McCoy: Rangers Grab Two Games to One Series Lead

By Hal McCoy
Contributing Writer

When the Texas Rangers play on the road in the postseason, they wear suits of armor and nothing penetrates them.

With a tense 3-1 victory over the Arizona Diamondbacks in Chase Field Monday night in Phoenix, the Rangers set a record with their ninth straight road victory in the postseason.

The Texas Road Warriors eclipsed the former record of eight set by 1996 New York Yankees.

More importantly, the Rangers took a two games to one lead in the World Series, two victories away from their first World Series trophy.

Since the team moved to the Dallas-Fort Worth Metroplex from Washington D.C. in 1972, it has played in only one other World Series, a loss to the St. Louis Cardinals in 2011 after the Rangers led three games to two.

And Texas manager Bruce Bochy is two wins away from winning his fourth World Series championship ring. He led the San Francisco Giants to three World Series titles.

He took three years off before accepting the Texas job to start this season and put the Rangers into the postseason via the wild card.

For the Rangers, Monday was a Texas Turnaround after Arizona crushed them Saturday in Game 2, 9-1.

And it wasn’t a walkaway Monday.

The Rangers scored all three runs in the third inning against rookie Brandon Pfaadt, a Louisville native and Bellarmine University product.

Pfaadt was 3-9 with a 5.72 earned run average over 18 regular-season starts and was twice demoted to the minors.

But he found the right path in the postseason. He had made four postseason starts and while he hadn’t won a game, the Diamondbacks won all four.

It was not to be Monday.

Arizona’s Nathaniel Lowe opened the third with a double. Pfaadt retired the next two and was one pitch away from escaping.

But Marcus Semien, extremely quiet during the postseason singled to score Lowe. And Pfaadt’s next pitch to Corey Seager took a 421-foot trip into the right field seats and it was 3-0.

The Diamondbacks squandered a chance to do deep damage to Texas starter Max Scherzer in the second inning.

Christian Walker, another postseason slumper, ripped Scherzer’s first pitch of the second inning for a double.

Tommy Pham poked a shallow single to right field. Walker, running with his head down, missed the stop sign at third base and continued homeward. Right fielder Adolis Garcia threw him out.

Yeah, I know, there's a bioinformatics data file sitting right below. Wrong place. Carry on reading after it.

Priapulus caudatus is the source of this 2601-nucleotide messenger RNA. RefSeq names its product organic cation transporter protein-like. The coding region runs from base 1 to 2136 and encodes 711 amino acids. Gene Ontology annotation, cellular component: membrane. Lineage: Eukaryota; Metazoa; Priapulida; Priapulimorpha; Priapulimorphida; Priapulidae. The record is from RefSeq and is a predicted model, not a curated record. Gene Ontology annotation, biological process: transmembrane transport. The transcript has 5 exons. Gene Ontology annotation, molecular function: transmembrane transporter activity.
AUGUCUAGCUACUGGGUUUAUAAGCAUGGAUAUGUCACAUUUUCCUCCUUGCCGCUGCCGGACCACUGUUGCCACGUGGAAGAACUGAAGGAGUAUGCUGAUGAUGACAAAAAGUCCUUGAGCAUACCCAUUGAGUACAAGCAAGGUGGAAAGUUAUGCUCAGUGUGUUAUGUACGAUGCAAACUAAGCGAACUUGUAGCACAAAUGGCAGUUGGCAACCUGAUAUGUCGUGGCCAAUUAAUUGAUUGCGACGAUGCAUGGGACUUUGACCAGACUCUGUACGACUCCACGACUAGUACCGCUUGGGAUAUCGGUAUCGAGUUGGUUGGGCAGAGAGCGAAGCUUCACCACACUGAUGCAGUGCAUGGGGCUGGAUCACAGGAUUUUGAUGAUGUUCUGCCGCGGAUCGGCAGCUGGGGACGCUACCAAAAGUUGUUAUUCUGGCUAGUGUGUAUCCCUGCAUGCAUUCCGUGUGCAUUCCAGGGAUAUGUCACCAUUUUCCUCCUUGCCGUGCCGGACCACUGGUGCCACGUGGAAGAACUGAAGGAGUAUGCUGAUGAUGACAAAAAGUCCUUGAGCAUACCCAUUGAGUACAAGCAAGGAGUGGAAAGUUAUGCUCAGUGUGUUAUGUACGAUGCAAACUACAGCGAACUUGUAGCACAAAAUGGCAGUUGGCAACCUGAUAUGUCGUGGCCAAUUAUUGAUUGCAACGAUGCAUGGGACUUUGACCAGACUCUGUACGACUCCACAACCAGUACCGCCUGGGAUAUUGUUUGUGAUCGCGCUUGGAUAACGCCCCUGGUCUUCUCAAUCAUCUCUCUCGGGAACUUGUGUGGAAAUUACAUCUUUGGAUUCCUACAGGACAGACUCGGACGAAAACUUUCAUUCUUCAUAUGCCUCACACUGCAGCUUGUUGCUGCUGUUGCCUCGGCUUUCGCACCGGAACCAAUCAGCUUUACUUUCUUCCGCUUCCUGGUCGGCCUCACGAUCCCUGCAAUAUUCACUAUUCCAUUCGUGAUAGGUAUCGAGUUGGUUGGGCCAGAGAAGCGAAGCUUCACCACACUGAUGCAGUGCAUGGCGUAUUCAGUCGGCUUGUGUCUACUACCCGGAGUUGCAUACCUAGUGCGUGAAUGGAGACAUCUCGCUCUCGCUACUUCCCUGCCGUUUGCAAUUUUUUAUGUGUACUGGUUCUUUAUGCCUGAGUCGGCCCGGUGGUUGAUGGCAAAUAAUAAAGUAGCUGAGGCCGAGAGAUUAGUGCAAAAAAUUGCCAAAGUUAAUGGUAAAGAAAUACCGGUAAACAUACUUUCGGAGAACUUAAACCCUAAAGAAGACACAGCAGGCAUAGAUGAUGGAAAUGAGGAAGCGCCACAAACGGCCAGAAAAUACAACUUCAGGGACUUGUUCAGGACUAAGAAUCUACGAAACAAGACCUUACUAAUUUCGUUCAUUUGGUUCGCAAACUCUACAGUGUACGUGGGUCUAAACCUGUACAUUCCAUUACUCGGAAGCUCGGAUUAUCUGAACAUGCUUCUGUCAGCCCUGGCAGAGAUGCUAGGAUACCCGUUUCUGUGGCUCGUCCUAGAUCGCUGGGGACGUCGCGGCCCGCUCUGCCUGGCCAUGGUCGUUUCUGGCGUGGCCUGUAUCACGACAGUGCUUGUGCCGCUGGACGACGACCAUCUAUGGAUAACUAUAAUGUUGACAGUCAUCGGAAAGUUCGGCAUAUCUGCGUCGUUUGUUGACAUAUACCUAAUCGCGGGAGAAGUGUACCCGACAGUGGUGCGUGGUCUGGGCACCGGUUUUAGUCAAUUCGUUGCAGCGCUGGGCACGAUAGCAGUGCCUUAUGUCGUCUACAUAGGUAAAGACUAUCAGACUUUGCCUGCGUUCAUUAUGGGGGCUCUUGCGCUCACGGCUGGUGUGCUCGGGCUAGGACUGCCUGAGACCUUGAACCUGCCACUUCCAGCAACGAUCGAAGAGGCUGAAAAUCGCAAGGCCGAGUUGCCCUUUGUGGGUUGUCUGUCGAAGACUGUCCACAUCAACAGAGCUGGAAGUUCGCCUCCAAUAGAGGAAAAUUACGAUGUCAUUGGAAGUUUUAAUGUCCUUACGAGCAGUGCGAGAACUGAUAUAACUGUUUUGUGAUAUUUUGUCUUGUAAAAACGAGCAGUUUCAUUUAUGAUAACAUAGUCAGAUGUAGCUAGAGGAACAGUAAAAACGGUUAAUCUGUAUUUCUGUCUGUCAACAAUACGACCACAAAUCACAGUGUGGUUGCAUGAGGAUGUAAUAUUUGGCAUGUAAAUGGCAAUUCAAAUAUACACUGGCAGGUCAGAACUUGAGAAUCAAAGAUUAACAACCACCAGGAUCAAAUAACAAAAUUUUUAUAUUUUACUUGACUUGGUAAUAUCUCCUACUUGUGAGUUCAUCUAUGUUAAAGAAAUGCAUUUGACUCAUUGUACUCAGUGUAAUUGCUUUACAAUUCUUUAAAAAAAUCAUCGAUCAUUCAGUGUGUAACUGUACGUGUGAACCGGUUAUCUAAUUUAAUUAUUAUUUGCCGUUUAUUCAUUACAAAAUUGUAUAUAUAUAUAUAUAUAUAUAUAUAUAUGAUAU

Instead of runners on third and first with no outs, the D-Backs had a runner on first with one out. Scherzer retired the next two.

The final out, though, was painful. Alek Thomas lined one off Scherzer’s pitching elbow and it ricocheted to third baseman Josh Jung and he threw out Thomas.

The injury-plagued Scherzer was making only his third start in more than a month, recovering from a shoulder problem. And he was pitching with a cut on his thumb, which was protected by cotton and super glue.

The blast off his elbow didn’t knock him out, but when he came out of the dugout to pitch the fourth, he winced in pain. His back locked up and he was removed.

The Texas bullpen took over and kept things quiet.

Jon Gray, a starter during the season, came out of the bullpen and pitched three scoreless innings, retiring nine of the 10 batters he faced.

Josh Sborz took over in the seventh and Pham doubled with one out, giving him six hits in his last seven at bats. But Sborz struck out Lourdes Gurriel Jr. and Alek Thomas to keep it at 3-0.

Former Cincinnati Reds pitcher Aroldis Chapman was handed the eighth inning and he nearly handed away the lead.

Chapman can throw his fastball through a redwood, but a couple of guys swining pieces of ash and/or maple, put him in immediate trouble.

Pinch-hitter Emmanuel Rivera doubled and number nine hitter Geraldo Perdomo broke his piece of ash on a bloop single to score Rivera.

It was 3-1 with no outs and Arizona’s Answerbacks had the potential tying run at the plate. But Chapma struck out highly-talented rookie Corbin Carroll, caught staring at a big bending slider.

Ketel Marte ripped one that shortstop Seager stopped with his back toward home plate. Then he flipped a behind-the-back toss to second to start an inning-ending double play.

Texas closer Jose Leclerc made quick work of the ninth, with some help from home plate umpire Alfonso Marquez.

During the season, Marquez graded out as the umpire with the smallest strike zone and he displayed it all night, refusing to call any strikes on border-line pitches. . .except in the ninth.

Gabriel Moreno led the ninth. On 3-and-1, Leclerc’s next pitch was clearly several inches outside. Moreno headed for first, believing he had a walk. Marquez called it strike two and Moreno grounded out on the 3-and-2 pitch.

Leclerc then struck out both Walker and Pham to end it.

The next two games are in Arizona’s park and if the Rangers stay on pattern with two more road wins, the World Series is theirs.

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